Yoga added to conventional therapy for vasovagal syncope (VVS), when patients faint after a sudden drop in heart rate and blood pressure, can reduce symptoms and improve quality of life, new research suggests.
A small, open-label trial conducted in New Delhi, India, showed that participants practicing yoga reported an improvement in VVS symptoms after only 6 weeks, with a reduction of 1.82 events at 12 months. All those practicing yoga also showed significantly improved quality of life (QoL) scores by the end of the trial.
“Yoga as add-on therapy in VVS is superior to medical therapy in reducing syncopal and presyncopal events and in improving the QoL,” report Gautam Sharma, MD, DM, Centre for Integrative Medicine and Research, All India Institute of Medical Sciences, New Delhi, and colleagues. “It may be useful to integrate a cost-effective and safe intervention such as yoga into the management of VVS.”
Results of the LIVE-Yoga study were published online in JACC: Clinical Electrophysiology.
Vasovagal syncope is a common and non–life-threatening condition, but given the severity and frequency of recurrence it can result in significant deterioration in a patient’s quality of life, the authors note. “Existing management therapies have been largely ineffective,” they write.
Recent trials have suggested some efficacy for yoga in diseases of autonomic imbalance, suggesting a possible use in VVS. To find out, the researchers enrolled adults with VVS between the ages of 15-70 years who had a positive head-up tilt test (HUTT) and at least two syncope or presyncope events within 3 months of enrollment. They also needed to be willing and able to practice yoga. Those with structural heart disease, accelerated hypertension, and underlying neurologic disorders were not included in the study.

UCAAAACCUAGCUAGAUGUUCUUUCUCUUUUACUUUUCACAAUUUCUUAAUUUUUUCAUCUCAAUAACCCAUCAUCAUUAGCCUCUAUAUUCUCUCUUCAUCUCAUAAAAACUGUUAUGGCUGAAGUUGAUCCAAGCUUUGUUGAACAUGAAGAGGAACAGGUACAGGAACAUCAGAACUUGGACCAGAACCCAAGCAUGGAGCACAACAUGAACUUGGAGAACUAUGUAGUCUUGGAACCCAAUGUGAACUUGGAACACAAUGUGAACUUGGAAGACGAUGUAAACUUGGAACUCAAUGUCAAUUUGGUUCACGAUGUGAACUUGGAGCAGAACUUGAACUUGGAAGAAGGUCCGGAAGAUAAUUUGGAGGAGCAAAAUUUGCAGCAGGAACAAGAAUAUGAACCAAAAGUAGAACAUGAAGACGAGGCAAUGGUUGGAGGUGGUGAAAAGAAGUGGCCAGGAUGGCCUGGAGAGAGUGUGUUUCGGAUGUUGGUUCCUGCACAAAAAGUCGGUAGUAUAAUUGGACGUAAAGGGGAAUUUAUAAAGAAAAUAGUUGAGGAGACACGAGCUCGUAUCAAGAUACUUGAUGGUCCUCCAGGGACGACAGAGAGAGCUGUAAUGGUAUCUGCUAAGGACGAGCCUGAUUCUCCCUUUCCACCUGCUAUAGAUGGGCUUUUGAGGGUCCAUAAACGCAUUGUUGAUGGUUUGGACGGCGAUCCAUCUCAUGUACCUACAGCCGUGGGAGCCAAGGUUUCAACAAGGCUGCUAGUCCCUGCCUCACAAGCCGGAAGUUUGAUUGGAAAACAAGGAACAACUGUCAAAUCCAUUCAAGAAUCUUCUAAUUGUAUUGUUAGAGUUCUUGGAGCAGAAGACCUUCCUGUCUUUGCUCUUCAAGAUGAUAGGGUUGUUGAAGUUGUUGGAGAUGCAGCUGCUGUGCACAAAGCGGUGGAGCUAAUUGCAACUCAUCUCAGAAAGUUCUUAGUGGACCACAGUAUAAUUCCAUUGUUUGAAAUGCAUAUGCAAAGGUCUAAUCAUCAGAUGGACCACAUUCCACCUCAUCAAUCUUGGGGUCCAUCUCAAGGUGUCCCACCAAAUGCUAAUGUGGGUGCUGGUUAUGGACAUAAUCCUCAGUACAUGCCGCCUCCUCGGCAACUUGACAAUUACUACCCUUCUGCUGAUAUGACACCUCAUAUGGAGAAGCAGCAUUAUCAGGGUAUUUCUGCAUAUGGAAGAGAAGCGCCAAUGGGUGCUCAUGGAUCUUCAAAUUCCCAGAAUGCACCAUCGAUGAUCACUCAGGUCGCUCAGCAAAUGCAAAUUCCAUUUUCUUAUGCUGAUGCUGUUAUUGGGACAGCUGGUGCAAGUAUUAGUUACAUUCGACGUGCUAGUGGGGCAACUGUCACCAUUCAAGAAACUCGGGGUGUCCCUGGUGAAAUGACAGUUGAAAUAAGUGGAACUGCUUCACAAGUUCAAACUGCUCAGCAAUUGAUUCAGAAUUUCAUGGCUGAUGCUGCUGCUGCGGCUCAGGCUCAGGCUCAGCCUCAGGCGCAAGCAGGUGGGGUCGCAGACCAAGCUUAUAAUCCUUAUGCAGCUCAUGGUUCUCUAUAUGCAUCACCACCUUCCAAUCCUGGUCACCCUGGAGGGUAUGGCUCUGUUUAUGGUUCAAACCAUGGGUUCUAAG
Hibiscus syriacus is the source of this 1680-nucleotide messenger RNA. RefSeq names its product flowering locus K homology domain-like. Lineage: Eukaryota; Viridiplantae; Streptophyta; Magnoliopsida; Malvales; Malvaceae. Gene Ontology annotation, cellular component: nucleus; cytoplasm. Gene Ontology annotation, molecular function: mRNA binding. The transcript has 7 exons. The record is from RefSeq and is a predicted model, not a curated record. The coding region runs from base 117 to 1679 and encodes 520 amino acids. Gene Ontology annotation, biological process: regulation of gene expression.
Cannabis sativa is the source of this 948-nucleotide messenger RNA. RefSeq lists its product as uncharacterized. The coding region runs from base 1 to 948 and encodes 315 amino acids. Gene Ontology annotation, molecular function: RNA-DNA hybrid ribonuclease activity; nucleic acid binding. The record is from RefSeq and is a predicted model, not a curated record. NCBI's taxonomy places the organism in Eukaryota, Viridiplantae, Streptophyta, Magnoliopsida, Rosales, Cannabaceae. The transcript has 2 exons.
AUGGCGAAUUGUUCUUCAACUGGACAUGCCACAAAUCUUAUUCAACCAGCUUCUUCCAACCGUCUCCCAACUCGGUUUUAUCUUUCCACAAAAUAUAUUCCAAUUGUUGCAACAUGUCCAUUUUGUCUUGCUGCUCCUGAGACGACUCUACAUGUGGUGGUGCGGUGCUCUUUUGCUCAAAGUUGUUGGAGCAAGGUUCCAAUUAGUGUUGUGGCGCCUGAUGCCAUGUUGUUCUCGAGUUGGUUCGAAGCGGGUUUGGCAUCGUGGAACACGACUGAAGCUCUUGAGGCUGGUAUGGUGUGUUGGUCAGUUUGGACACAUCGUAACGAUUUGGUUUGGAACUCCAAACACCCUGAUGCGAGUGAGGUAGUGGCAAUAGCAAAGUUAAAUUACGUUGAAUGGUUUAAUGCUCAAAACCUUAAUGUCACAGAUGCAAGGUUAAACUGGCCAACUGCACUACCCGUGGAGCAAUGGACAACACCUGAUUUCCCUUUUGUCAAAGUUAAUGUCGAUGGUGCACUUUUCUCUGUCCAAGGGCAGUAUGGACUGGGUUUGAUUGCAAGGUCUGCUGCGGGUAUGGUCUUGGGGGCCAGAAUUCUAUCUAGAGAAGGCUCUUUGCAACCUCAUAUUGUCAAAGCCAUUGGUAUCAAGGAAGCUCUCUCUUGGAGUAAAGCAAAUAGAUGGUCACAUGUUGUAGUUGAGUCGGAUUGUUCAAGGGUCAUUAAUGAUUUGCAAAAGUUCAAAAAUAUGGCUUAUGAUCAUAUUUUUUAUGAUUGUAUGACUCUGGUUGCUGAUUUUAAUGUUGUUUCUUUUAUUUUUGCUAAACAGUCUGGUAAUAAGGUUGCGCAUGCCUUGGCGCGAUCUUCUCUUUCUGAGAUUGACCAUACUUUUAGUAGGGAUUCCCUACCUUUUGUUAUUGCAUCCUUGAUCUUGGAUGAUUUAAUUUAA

A total of 55 patients were randomly assigned to receive either a specialized yoga training program in addition to guideline-based therapy, or guideline-based therapy alone. Standard care included physical counterpressure maneuvers, avoidance of known triggers, increased salt and water intake, and drug therapy or pacing at the discretion of the treating physician.
The primary outcome was a composite of the number of episodes of syncope and presyncope at 12 months.
Secondary outcomes including QoL, assessed using the World Health Organization Quality of Life Brief Field questionnaire (WHOQoL-BREF) and the Syncope Functional Status Questionnaire (SFSQ) at 12 months, a head-up tilt test, and heart rate variability at 6 weeks.
For the first 2 weeks, patients in the intervention group were enrolled in eight supervised yoga sessions conducted at the Centre for Integrative Medicine and Research at the All India Institute of Medical Sciences. For the remainder of the trial, they continued a daily yoga practice at home at least 5 days a week.
The yoga module created for participants was designed with a view to the pathophysiology of VVS and featured postures, breathing, and relaxation techniques. Yoga classes were taught by qualified therapists under the guidance of physicians.